Returning to the topic, John Rawls notes that out of the five systems noted above, the first three do not meet the requirements of the principles of justice. 

“Laissez-faire capitalism (the system of natural liberty) secures only formal equality and rejects both the fair value of the equal political liberties and fair equality of opportunity. It aims for economic efficiency and growth constrained only by a rather low social minimum.  Welfare-state capitalism also rejects fair value of political liberties and has large inequality in property ownership, for example most of the productive assets and natural resources are owned by the state.  And state socialism with a command economy supervised by a one-party regime violates the equal basic rights and liberties, not to mention the fair value of these liberties. A command economy is one that is guided by a general economic plan adopted from the center and makes relatively little use of democratic procedures or of markets (except as rationing devices).”  [John Rawls, Ibid, P.137]

Thus we are left with property-owning democracy and liberal socialism.  Rawls continues that

“both a property-owning democracy and a liberal socialist regime set up a constitutional framework for democratic politics, guarantee the basic liberties with the fair value of the political liberties and fair equality of opportunity… While under socialism the means of production are owned by society, we suppose that, in the same way that political power is shared among a number of democratic parties, economic power is dispersed among firms, as when, for example, a firm's direction and management is elected by, if not directly in the hands of, its own workforce. In contrast with a state socialist command economy, firms under liberal socialism carry on their activities within a system of free and workably competitive markets.  Free choice of occupation is also assured.”  [John Rawls, Ibid, P.138]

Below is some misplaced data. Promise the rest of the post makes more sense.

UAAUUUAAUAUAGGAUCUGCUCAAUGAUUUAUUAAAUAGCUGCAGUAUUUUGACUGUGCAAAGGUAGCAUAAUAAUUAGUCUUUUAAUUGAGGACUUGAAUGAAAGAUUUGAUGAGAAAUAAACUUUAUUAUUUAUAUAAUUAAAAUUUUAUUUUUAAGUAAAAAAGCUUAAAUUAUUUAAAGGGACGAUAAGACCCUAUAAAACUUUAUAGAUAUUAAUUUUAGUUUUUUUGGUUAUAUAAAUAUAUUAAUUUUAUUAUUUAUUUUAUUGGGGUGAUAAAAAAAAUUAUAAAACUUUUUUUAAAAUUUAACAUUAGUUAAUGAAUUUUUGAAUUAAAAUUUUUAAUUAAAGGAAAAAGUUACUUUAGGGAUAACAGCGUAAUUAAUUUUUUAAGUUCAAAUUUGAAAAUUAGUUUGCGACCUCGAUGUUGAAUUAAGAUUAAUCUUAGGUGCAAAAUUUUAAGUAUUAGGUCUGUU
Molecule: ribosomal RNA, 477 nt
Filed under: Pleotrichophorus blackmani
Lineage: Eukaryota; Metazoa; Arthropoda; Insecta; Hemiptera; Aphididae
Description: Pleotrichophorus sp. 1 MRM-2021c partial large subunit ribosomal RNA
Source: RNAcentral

Rawls notes that the right to property which is included in the first principle of justice does not mean private property in productive assets and thus he does not refute liberal socialism on that ground.


He notes that “background institutions of property-owning democracy work to disperse the ownership of wealth and capital, and thus to prevent a small part of society from controlling the economy, and indirectly, political life as well”.  This is a very important point.